The scientific workshop proceedings consists of fourteen chapters, including a summarizing introductory chapter. Each chapter stands on its own, but is ordered within the framework of the Societal Programme Model (SPM) described in Chapter 1. The workshop allowed leaders and researchers to meet and discuss in confidentiality and to learn and build networks of leaders for change.
We would like to express our thanks to NATO in general, and to the Emerging Security Challenges Division and Ms. Randi L. Gebert in particular, for all the support and aid received in connection with this project. We would also like to take this opportunity to thank Ms Turid Amundsen and Ms Anne-Britt Solberg KlevsjÃÿ for their valuable help and support.
Leif Inge Magnussen
Associate professor (Co Director SPS Workshop)
Most leadership training initiatives fail to produce leaders, and few participants undergo a transformation in their learning regarding some important topics such as gender equality and diversity. Dealing with the core values of leadership, it is logical to believe that some of these values should be addressed early in life, while others may be gained or enhanced through courses, exercises, programs, etc. Empowering families, women, and children, as the smallest unit in society, is the most important mechanism to guarantee a sound and steady increasing of welfare and to provide opportunities for the young generation, irrespective of gender and diversity, to learn the needed skills and to enhance their hidden competencies. Simulation exercises may be an effective instrument to enhance individual and group knowledge, skills, and competencies in both youths and adults.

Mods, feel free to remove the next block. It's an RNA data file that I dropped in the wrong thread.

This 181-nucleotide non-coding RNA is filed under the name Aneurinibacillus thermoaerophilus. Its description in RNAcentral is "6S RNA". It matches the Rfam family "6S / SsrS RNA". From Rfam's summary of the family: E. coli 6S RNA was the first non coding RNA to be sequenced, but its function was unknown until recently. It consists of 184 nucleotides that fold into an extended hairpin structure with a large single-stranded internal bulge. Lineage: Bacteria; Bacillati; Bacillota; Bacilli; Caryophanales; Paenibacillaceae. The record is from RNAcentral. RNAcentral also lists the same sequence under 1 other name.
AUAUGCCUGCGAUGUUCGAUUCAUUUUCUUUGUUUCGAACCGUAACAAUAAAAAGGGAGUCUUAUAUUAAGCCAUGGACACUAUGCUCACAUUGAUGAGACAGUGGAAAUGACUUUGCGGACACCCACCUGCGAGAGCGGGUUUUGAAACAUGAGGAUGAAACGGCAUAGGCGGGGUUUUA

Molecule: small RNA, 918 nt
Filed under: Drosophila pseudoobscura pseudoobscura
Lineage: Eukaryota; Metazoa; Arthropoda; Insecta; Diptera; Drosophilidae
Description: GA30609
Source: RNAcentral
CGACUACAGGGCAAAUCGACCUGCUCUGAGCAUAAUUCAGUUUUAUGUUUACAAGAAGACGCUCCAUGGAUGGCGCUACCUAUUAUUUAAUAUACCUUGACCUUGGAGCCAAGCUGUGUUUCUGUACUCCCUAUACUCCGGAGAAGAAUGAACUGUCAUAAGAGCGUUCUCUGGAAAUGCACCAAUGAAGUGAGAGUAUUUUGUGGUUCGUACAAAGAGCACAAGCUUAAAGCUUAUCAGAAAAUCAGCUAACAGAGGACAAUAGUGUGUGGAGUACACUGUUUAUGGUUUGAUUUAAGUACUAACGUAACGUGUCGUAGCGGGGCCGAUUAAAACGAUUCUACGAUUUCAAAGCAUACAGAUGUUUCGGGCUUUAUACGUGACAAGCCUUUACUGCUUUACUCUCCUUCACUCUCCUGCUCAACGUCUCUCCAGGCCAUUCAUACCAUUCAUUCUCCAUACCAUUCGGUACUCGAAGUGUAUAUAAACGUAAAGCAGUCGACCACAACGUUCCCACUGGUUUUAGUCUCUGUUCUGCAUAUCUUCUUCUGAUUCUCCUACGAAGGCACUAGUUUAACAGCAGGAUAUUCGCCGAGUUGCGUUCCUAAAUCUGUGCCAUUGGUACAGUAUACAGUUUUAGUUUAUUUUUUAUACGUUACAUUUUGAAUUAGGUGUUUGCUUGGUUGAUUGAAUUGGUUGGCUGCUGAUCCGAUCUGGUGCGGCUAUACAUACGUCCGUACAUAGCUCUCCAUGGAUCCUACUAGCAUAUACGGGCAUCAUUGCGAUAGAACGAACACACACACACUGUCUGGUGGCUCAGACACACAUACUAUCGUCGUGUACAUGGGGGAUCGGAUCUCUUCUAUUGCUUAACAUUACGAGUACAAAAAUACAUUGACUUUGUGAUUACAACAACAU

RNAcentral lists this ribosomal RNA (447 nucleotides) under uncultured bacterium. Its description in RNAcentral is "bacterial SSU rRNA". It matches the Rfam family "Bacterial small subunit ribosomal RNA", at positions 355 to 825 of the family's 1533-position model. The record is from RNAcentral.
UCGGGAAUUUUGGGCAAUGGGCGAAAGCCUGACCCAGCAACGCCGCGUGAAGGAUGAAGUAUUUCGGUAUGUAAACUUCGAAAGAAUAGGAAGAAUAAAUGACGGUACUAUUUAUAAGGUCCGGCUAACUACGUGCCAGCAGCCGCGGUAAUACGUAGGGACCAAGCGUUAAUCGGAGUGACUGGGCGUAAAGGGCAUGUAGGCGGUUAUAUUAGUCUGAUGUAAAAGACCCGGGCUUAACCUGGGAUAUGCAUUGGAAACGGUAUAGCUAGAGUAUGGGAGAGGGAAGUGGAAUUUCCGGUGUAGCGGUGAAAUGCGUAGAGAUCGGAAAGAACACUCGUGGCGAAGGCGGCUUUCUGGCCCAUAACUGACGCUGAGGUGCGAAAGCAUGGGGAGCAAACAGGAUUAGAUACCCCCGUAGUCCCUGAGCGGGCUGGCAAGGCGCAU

This chapter takes a close look at the interconnection between social trust and income inequality across countries. It argues that trust is both a consequence and a determinant of income equality. Small income differences create trust and trust feeds back on small income differences through an expansion of the welfare state. Together the two mechanisms, and the feedback process that they give rise to, explain how differences in history, institutions, or sudden adjustments can be enlarged over the long run—and give rise to a situation where countries differ significantly with respect to social trust and income inequality.